Genghis Khan was one of the greatest warriors of all time. Surprisingly, he was also a good ruler between wars and Mongolian culture prospered under his leadership. Below you'll find information about him and free public domain pictures of an immense statue of the man the Mongolians call Chinggis Khaan. (That's the way it is spelled on the official Mongolian government website. "Gengis Khan", missing an "h", is not a correct spelling.)
The population of Mongolia in 2007 was estimated at 2.7 million. That's not even a medium-size city in China! Yet many (most?) people in the world have heard of Mongolia's most famous leader - Genghis Khan. Led by him, Mongolian horsemen took over much of Asia, conquering areas and populations much larger than Mongolia's own. It's no wonder the Mongolians almost worship his memory and he has such a prominent place in Mongolia history.
In fact, a friend of mine, Nick, who taught English in Mongolia for three years, tells of an interesting prophecy he heard from a man he called a "patriotic shaman". In the wild parts of Mongolia, there is still a lot of animist belief and shamans (think "witch doctors" and you won't be far off) are respected. This particular shaman said that Genghis Khan would be reborn and would lead Mongolia back to being the leading nation in the world. Nick heard the same story elsewhere too.
I don't think the belief is that it would literally be the same man come back to life, but rather a rebirth of his "spirit". Tibetan Buddhism and its beliefs of rebirth are also greatly respected in Mongolian culture, so merging some animism and Tibetan Buddhism could easily lead many Mongolians to believe that Genghis Khan's essence has been reborn again and again, continuing on to today. If one believes that, then it's not a long step to hope that, with the right conditions, that essence will be in a man who would act and lead as Genghis did.
The immense statue pictured here is about 50 kilometers outside of Ulaan Baatar, the capital of Mongolia. You can judge the size of this statue from the van you see beside it in the photo below. An excellent New York Times article (Aug.3, 2009) about this Genghis Khan statue says it is 131 feet tall.
(Aside: Does the size of the man seem out of proportion to the horse? That's not an error. Mongolian horses are relatively small. See Mongolian Horse pictures to investigate more.)
Of course, this is being built up as a tourist attraction to be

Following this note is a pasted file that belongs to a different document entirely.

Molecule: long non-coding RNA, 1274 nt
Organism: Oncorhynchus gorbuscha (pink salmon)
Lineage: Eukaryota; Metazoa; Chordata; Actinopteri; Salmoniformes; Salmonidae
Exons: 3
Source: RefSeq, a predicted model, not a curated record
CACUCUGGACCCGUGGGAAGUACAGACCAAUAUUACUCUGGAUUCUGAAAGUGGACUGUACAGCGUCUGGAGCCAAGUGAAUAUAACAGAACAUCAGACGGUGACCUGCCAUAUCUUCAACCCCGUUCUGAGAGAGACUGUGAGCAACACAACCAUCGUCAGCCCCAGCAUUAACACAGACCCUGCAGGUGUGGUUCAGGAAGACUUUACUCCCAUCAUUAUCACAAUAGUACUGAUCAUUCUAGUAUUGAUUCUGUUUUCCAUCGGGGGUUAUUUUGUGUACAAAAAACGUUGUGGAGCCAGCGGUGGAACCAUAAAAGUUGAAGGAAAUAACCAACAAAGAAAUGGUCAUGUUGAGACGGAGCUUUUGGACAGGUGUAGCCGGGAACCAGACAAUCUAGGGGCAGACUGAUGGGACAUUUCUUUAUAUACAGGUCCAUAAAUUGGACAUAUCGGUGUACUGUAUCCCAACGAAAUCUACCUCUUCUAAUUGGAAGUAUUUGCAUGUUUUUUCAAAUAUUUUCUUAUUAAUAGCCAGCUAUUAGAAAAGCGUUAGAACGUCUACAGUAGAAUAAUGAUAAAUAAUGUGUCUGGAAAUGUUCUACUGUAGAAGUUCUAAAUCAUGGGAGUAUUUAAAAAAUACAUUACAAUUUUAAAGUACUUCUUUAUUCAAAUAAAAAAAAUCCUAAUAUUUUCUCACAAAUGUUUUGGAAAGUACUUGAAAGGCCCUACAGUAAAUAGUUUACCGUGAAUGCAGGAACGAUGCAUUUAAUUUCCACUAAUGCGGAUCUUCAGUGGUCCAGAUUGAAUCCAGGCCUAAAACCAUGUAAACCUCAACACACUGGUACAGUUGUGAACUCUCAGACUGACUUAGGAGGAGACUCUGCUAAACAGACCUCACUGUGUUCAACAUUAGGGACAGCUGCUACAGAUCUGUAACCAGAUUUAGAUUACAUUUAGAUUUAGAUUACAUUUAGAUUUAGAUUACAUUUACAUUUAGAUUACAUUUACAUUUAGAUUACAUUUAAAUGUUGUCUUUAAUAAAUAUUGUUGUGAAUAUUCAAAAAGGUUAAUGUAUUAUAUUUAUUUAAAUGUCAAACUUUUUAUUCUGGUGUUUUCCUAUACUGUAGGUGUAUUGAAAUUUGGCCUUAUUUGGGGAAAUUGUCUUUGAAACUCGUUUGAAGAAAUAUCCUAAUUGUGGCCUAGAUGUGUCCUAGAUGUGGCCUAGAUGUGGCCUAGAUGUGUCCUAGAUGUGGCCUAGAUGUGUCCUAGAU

finished sometime in 2009, so you might wonder if the average Mongolian
really cares about Genghis or just about using his fame to make some
money. Perhaps it's really both of those reasons that led them to
rename the biggest Mongolia airport "Genghis
Khan Airport". (Click here to
Do you want some strong evidence that Mongolians truly respect Genghis Khan and his memory? Consider this. Mongolia banned family names for 70 years, hoping this would reduce the influence of powerful clans. That's why so many of the people in Mongolia used only one name, what in the West would be considered a first name. When the policy was repealed in the 1990s, people could choose their own surname and more than half of Mongolian people chose the great hero's clan name "Borjigin" (Master of the Blue Wolf).
In fact, there's a traditional belief in Mongolia that all Mongolian men are descendants of Genghis Khan. It seems peculiar that anyone would believe something that sounds so outlandish, but DNA tracing has actually made this seem possible.
Sampling DNA from ten years of blood tests in the vast area covered by the Mongol empire showed that about 8% of the men tested share a certain genetic trait (a pattern of Y chromosomes) that indicates they have a common ancestor. That indicates about 16 million men with that trait - one out of every 200 men in the world!
It makes sense that to spread so widely the common ancestor must
have been somebody very important, whose influence (and children)
spread over large parts of Asia. The greatest leader of Mongolia's war
horde certainly fits that description. It is likely that those men have
Genghis Khan DNA.
Genghis and his army took whatever they wanted, and he himself had first pick of the women, so his genes spread quickly and widely. Reports from the time say his eldest son Tushi had 40 sons, and his grandson Kublai Khan had 22 legitimate sons (not to mention adding 30 women to his harem each year). His descendants could now be anywhere in the world! (For the humourous side of this, check out the Hitchhiker's Guide to the Galaxy.)
Here's a link to a great short article about this traditional belief that Genghis Khan is the ancestor of all Mongolians, that is, that Genghis Khan DNA is in all of them! This article, written in 2004 , mentions a restaurant in England offering free genetic testing to any man who wanted to see if he had the Khan genetic trait. You even got a free meal if you did!
In 2005, National Geographic aired a fascinating documentary called "Search for Adam" , part of which is about this tradition. Geneticist Spencer Wells and his research team sampled the DNA of several Mongolian men from a bar in California and found that half of them had this Genghis trait.
There are many places on the Web where you can read about Mongolia's greatest warlord, but I recommend the Mongolian government tourism website so you can read what modern Mongolians think of him. (Look in the "Discover Mongolia / History / Great Mongol Empire" section.) In particular, the site gives some information about "Chinggis Khaan" as a statesman, not just a warrior.
The man who rose to power with the name Temujin united the Mongolian nomadic tribes in 1204. In 1206 he was given the title Genghis Khan, which means "King of Kings". He died in 1227 but his memory still leads and inspires the people of Mongolia.
Go to Asia-Insider-Photos Home page: Public domain pictures of China, Mongolia, Tibet, and other Asian places.